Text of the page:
Wednesday, 16 June 2010

Day 5

The consensus seems to have been that if any day was going to be the one when this tournament sprung to life, it would be this one. Group G - this year's Group of Death - gets underway, with Ivory Coast facing Portugal in the afternoon and the potentially extremely weird fixture of Brazil v North Korea to follow in the evening.

Before this, though, the small matter of New Zealand vs Slovakia from Group F was up, with both teams looking to capitalise on Italy and Paraguay's fairly dismal draw last night. I say both teams - with New Zealand as rank outsiders for the tournament at a widely-quoted 2000-1 in their first appearance at a World Cup finals since 1982 and their outside-Oceania record of a resounding zero victories, getting anything from this fixture would certainly be something. In the event, they proved to be no pushovers. Slovakia took the lead through a Vittek header and proceeded to sit on their one goal advantage against a well-organised Kiwi side. Come the 93rd minute, however, and New Zealand grabbed an unlikely equaliser through Winston Reid, to secure their first ever World Cup point.

This was to be a day for unfancied teams offering up far more resistance than they had any right to - as, after a 0-0 draw between the Ivorians and the Portuguese about which I have literally nothing to say having not seen the game nor any 'highlights' from it, North Korea faced Brazil and did themselves and their curious, secretive nation proud.

Brazil won 2-1, having been 2-0 up through a fine Maicon strike from an acute angle and an Elano goal slotted first time from an exceptional Robinho ball (who was, himself, brilliant during the very entertaining match) but met with a well-drilled and extremely unfazed North Korean side. North Korea scored late on through Yun-Nam Ji; which in itself is something of a triumph. Like New Zealand, the Asian side's odds in this tournament were well into the thousands - their only previous appearance having been in 1966 - and to even imagine them scoring against Brazil on this biggest of stages would have been laughable before the game; particularly with most pundits predicting a Brazilian rout. Brazil will get better - and North Korea might never reach higher - but this, I would say, was the first genuinely entertaining match since the opening game.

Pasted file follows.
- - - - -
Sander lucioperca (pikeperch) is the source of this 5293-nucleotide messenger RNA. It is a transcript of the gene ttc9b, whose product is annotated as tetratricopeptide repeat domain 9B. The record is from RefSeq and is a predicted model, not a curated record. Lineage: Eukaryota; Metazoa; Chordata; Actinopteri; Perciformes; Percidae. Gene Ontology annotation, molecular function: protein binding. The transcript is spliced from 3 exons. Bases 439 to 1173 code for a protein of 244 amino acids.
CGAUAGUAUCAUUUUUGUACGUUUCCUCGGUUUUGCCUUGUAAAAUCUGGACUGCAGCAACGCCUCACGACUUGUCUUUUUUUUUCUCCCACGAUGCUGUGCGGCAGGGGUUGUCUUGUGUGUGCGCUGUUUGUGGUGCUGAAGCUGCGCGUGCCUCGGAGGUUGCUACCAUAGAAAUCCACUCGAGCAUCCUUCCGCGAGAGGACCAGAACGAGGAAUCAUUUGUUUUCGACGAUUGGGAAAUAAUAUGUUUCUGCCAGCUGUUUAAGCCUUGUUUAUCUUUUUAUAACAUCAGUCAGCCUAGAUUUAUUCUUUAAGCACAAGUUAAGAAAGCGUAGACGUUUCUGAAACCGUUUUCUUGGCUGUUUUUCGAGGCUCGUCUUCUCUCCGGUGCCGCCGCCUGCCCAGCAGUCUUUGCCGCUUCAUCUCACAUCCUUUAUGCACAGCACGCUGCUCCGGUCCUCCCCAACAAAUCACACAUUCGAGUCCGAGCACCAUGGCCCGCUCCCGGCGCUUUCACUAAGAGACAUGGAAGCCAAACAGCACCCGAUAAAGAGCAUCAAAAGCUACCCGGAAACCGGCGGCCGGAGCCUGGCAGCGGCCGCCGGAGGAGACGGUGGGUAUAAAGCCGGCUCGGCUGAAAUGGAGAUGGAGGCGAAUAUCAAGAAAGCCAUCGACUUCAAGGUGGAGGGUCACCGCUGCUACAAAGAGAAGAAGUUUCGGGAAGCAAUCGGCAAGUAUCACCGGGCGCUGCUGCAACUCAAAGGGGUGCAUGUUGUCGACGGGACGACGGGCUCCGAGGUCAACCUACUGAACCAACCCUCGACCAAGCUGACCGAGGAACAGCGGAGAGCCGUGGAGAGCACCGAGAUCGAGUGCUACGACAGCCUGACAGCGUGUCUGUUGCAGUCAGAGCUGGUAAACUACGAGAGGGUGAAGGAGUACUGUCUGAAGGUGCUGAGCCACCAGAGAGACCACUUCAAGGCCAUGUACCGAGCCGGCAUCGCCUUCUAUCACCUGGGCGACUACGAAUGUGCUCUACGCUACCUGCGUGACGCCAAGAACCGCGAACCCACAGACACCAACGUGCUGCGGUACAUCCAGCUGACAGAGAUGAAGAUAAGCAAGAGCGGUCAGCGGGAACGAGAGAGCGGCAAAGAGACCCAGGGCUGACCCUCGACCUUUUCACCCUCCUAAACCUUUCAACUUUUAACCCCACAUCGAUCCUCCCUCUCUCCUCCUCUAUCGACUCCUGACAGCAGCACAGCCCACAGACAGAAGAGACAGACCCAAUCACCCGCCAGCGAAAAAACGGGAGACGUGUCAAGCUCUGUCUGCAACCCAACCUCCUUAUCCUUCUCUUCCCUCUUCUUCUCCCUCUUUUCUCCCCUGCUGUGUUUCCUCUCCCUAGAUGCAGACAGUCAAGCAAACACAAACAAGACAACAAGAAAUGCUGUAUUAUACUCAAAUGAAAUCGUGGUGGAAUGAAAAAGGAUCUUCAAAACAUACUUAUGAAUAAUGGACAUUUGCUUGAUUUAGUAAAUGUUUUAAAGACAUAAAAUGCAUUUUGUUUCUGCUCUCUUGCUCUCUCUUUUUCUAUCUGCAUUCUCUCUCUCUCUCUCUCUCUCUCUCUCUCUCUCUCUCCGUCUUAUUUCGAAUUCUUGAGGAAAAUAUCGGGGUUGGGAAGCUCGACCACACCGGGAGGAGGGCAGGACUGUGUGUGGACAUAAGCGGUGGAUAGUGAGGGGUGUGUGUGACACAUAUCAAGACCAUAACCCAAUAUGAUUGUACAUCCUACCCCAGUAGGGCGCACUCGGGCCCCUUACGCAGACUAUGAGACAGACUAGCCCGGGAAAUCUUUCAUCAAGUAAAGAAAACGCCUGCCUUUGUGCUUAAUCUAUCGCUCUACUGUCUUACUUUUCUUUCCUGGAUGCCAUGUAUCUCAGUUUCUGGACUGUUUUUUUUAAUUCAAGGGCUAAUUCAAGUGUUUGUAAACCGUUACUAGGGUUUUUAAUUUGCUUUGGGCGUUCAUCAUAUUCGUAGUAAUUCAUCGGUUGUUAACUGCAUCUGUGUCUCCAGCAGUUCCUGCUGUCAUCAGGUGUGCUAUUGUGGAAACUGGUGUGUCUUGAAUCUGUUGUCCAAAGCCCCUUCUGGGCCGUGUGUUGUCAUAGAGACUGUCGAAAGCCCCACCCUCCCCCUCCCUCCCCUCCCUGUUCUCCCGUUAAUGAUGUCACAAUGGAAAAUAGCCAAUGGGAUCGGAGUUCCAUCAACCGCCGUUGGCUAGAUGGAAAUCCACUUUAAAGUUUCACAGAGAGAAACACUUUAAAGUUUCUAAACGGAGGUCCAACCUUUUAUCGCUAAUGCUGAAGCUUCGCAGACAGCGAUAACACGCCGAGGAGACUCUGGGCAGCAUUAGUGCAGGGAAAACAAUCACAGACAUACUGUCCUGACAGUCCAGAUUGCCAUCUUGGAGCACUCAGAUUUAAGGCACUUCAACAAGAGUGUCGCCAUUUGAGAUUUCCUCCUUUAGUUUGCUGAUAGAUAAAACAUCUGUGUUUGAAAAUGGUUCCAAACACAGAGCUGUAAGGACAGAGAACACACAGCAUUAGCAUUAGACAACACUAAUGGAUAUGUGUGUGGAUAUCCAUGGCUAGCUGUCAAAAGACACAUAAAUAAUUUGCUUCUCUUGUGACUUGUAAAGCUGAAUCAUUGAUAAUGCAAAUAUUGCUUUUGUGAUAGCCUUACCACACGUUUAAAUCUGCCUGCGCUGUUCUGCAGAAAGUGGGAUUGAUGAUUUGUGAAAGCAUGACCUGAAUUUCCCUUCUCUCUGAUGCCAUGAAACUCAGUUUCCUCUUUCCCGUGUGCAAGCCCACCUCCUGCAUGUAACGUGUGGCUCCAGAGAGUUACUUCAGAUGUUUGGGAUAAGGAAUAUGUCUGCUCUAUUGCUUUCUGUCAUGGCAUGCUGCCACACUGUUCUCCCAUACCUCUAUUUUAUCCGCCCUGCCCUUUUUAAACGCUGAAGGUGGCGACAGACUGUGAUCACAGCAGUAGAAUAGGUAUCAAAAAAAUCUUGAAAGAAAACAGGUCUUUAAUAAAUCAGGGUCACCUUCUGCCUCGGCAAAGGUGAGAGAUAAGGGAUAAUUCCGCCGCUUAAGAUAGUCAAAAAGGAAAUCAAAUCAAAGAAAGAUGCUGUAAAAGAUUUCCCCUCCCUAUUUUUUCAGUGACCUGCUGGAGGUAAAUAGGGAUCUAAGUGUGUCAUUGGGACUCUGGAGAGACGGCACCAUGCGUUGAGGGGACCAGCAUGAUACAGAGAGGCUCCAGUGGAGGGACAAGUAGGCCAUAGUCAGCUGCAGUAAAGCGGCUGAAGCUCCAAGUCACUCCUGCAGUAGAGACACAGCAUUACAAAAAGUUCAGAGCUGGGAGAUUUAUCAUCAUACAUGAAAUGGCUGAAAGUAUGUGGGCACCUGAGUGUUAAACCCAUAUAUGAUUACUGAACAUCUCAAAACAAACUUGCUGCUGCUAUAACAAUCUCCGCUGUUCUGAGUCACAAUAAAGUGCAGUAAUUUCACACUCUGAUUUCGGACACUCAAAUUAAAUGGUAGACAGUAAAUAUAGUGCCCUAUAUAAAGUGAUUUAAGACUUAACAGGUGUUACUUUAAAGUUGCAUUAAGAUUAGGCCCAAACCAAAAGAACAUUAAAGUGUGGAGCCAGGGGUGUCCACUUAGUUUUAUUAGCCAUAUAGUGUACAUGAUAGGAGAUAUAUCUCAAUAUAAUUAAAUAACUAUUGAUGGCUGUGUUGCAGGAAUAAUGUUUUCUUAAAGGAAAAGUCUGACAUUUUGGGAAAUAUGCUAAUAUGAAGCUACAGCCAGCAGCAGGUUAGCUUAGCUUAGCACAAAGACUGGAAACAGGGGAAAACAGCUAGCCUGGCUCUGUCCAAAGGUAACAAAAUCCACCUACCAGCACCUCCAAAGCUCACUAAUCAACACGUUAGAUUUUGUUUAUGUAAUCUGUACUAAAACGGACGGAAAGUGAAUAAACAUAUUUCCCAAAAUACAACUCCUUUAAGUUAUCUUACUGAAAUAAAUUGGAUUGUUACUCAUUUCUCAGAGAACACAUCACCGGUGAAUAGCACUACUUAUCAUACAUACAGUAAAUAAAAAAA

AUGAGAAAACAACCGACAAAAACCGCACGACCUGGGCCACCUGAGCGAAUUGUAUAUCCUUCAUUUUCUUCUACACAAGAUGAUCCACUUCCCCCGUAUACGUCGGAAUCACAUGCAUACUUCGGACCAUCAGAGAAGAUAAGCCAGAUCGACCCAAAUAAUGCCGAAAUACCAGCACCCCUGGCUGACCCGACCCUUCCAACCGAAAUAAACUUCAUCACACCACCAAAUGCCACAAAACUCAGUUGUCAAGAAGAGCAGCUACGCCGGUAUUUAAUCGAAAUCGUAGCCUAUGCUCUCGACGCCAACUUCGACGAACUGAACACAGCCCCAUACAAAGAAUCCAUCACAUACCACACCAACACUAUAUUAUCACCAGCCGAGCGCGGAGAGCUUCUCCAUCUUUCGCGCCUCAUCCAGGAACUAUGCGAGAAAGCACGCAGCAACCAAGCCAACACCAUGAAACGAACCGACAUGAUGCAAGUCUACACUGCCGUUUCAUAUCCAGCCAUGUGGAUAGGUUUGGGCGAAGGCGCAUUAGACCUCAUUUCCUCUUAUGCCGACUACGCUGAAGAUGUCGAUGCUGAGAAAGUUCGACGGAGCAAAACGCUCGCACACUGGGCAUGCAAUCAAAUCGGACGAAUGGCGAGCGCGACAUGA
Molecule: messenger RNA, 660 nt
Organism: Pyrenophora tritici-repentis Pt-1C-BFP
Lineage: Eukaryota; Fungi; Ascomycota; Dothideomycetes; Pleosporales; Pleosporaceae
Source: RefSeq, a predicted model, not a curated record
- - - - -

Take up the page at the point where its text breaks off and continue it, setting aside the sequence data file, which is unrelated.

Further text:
North Korea are what the World Cup is about, in their own way - in that, through football, we are afforded a glimpse into a culture and a glimpse at a people that we have no other way of engaging with. We saw Tae-Se Jong (their outstanding player of the evening) crying during his country's national anthem - and immediately the Western mindest is to question whether this is national pride or terrifying brainwashing - and we saw the banner in the crowd saying "forget politics for 90 minutes". Yes, football allows us to 'forget politics', but it also brings political differences into sharp relief. The North Korean team's joy was for the people of the country, not its oppressive regime. We can only hope that back in Pyongyang some of those people are actually able to see the highlights of what was a truly great moment for them in terms of demonstrating their own humanity to the rest of the world. Another performance like that and they might even end up as a lot of people's second-favourite-team this time round.

Tuesday, 15 June 2010

Day 4

There's still a lot of doom and gloom around this tournament. It's started slowly - with (including Day 4's matches) less than 20 goals scored and some of the drabbest games of football you're ever likely to see playing out with a frightening lack of urgency. Uruguay v Mexico on Friday was awful, as was Algeria v Slovenia and tonight's laboured 1-1 draw between Italy and Paraguay.